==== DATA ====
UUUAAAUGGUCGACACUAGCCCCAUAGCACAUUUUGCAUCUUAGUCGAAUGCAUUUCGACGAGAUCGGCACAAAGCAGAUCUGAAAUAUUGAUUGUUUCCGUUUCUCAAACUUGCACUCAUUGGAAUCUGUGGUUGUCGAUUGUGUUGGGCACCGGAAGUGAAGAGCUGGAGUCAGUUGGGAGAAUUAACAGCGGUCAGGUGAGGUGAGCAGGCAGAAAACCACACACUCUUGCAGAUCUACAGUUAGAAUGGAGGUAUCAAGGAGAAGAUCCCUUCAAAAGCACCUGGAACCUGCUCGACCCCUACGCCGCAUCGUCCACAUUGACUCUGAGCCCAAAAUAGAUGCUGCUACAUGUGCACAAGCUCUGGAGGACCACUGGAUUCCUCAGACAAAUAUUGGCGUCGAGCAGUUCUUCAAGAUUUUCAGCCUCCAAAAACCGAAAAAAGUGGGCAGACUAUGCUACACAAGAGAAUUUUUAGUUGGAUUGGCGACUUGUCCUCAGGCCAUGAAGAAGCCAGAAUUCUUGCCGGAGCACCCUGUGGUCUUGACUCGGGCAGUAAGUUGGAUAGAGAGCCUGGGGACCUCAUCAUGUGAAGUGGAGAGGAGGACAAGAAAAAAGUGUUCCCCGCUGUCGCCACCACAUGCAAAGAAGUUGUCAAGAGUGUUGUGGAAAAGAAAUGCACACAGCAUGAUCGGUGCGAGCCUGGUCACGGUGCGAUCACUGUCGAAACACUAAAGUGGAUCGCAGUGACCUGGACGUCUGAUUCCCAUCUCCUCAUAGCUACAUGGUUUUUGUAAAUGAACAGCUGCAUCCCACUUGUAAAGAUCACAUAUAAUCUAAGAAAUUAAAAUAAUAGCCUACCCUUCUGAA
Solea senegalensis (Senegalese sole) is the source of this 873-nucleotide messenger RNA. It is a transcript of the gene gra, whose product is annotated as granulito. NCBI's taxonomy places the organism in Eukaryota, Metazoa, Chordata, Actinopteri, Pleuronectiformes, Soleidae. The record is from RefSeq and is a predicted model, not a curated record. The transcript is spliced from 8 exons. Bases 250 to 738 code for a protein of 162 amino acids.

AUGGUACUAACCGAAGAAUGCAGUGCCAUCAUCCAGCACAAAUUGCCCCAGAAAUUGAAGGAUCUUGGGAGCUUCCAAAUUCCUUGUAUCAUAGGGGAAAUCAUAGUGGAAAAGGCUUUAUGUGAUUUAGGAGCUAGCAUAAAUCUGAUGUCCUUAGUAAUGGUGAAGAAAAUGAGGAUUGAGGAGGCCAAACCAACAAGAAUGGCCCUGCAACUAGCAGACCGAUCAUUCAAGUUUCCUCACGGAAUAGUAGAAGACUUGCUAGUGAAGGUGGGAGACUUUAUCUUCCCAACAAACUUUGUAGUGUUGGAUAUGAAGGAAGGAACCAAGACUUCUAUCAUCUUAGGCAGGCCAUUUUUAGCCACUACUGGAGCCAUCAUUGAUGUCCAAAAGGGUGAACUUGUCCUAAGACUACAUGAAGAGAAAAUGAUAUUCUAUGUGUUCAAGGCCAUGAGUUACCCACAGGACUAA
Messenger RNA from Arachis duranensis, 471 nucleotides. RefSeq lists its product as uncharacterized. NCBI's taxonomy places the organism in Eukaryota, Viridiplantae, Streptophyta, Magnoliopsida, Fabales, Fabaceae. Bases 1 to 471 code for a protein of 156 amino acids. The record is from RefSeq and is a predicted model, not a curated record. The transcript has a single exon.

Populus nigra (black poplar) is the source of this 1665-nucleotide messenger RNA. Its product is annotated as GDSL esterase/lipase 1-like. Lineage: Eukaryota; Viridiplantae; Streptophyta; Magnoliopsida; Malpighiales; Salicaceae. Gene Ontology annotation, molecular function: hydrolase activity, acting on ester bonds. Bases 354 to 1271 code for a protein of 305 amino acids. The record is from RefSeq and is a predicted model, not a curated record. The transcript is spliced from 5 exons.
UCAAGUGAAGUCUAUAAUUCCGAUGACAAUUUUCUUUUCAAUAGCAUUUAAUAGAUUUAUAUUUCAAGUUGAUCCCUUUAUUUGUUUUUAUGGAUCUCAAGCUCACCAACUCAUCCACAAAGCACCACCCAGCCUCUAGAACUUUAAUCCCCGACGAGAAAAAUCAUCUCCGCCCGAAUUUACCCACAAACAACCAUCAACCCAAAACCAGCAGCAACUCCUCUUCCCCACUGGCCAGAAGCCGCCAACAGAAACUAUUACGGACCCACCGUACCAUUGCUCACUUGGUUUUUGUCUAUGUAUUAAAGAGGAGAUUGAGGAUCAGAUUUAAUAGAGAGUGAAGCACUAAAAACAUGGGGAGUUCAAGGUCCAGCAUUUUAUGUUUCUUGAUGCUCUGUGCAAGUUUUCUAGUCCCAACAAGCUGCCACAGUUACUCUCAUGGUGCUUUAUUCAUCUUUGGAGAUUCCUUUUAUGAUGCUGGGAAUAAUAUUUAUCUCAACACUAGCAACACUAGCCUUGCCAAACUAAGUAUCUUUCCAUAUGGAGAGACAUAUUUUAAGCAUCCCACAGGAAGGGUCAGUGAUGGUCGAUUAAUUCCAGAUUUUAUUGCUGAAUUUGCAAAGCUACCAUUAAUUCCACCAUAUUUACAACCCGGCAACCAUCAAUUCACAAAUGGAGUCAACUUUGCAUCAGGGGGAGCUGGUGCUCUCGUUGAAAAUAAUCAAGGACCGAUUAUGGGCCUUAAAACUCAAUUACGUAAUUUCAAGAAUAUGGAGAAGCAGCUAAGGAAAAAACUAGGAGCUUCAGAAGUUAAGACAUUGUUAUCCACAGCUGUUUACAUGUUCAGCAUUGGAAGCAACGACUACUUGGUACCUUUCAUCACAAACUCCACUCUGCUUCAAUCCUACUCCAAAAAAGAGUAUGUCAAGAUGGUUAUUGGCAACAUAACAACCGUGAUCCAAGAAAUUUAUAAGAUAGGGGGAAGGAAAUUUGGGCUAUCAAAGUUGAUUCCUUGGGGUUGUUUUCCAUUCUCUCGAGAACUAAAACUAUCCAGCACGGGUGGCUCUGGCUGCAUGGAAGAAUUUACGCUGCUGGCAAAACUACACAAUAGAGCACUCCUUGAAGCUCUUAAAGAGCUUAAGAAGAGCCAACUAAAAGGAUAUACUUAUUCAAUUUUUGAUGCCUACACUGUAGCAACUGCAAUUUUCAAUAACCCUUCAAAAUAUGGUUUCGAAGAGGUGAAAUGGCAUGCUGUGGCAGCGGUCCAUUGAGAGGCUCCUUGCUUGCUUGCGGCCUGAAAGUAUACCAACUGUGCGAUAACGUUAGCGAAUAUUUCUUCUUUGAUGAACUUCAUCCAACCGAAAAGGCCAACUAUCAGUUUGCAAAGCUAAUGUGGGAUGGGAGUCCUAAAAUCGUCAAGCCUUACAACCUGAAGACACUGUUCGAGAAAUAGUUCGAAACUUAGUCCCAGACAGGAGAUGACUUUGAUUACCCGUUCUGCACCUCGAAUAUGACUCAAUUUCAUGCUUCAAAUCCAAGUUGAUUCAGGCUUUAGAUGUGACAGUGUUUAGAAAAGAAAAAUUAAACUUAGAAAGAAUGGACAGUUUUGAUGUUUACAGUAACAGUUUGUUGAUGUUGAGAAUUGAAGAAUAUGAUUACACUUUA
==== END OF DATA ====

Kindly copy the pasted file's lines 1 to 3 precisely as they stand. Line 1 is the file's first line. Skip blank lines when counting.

UUUAAAUGGUCGACACUAGCCCCAUAGCACAUUUUGCAUCUUAGUCGAAUGCAUUUCGACGAGAUCGGCACAAAGCAGAUCUGAAAUAUUGAUUGUUUCCGUUUCUCAAACUUGCACUCAUUGGAAUCUGUGGUUGUCGAUUGUGUUGGGCACCGGAAGUGAAGAGCUGGAGUCAGUUGGGAGAAUUAACAGCGGUCAGGUGAGGUGAGCAGGCAGAAAACCACACACUCUUGCAGAUCUACAGUUAGAAUGGAGGUAUCAAGGAGAAGAUCCCUUCAAAAGCACCUGGAACCUGCUCGACCCCUACGCCGCAUCGUCCACAUUGACUCUGAGCCCAAAAUAGAUGCUGCUACAUGUGCACAAGCUCUGGAGGACCACUGGAUUCCUCAGACAAAUAUUGGCGUCGAGCAGUUCUUCAAGAUUUUCAGCCUCCAAAAACCGAAAAAAGUGGGCAGACUAUGCUACACAAGAGAAUUUUUAGUUGGAUUGGCGACUUGUCCUCAGGCCAUGAAGAAGCCAGAAUUCUUGCCGGAGCACCCUGUGGUCUUGACUCGGGCAGUAAGUUGGAUAGAGAGCCUGGGGACCUCAUCAUGUGAAGUGGAGAGGAGGACAAGAAAAAAGUGUUCCCCGCUGUCGCCACCACAUGCAAAGAAGUUGUCAAGAGUGUUGUGGAAAAGAAAUGCACACAGCAUGAUCGGUGCGAGCCUGGUCACGGUGCGAUCACUGUCGAAACACUAAAGUGGAUCGCAGUGACCUGGACGUCUGAUUCCCAUCUCCUCAUAGCUACAUGGUUUUUGUAAAUGAACAGCUGCAUCCCACUUGUAAAGAUCACAUAUAAUCUAAGAAAUUAAAAUAAUAGCCUACCCUUCUGAA
Solea senegalensis (Senegalese sole) is the source of this 873-nucleotide messenger RNA. It is a transcript of the gene gra, whose product is annotated as granulito. NCBI's taxonomy places the organism in Eukaryota, Metazoa, Chordata, Actinopteri, Pleuronectiformes, Soleidae. The record is from RefSeq and is a predicted model, not a curated record. The transcript is spliced from 8 exons. Bases 250 to 738 code for a protein of 162 amino acids.

AUGGUACUAACCGAAGAAUGCAGUGCCAUCAUCCAGCACAAAUUGCCCCAGAAAUUGAAGGAUCUUGGGAGCUUCCAAAUUCCUUGUAUCAUAGGGGAAAUCAUAGUGGAAAAGGCUUUAUGUGAUUUAGGAGCUAGCAUAAAUCUGAUGUCCUUAGUAAUGGUGAAGAAAAUGAGGAUUGAGGAGGCCAAACCAACAAGAAUGGCCCUGCAACUAGCAGACCGAUCAUUCAAGUUUCCUCACGGAAUAGUAGAAGACUUGCUAGUGAAGGUGGGAGACUUUAUCUUCCCAACAAACUUUGUAGUGUUGGAUAUGAAGGAAGGAACCAAGACUUCUAUCAUCUUAGGCAGGCCAUUUUUAGCCACUACUGGAGCCAUCAUUGAUGUCCAAAAGGGUGAACUUGUCCUAAGACUACAUGAAGAGAAAAUGAUAUUCUAUGUGUUCAAGGCCAUGAGUUACCCACAGGACUAA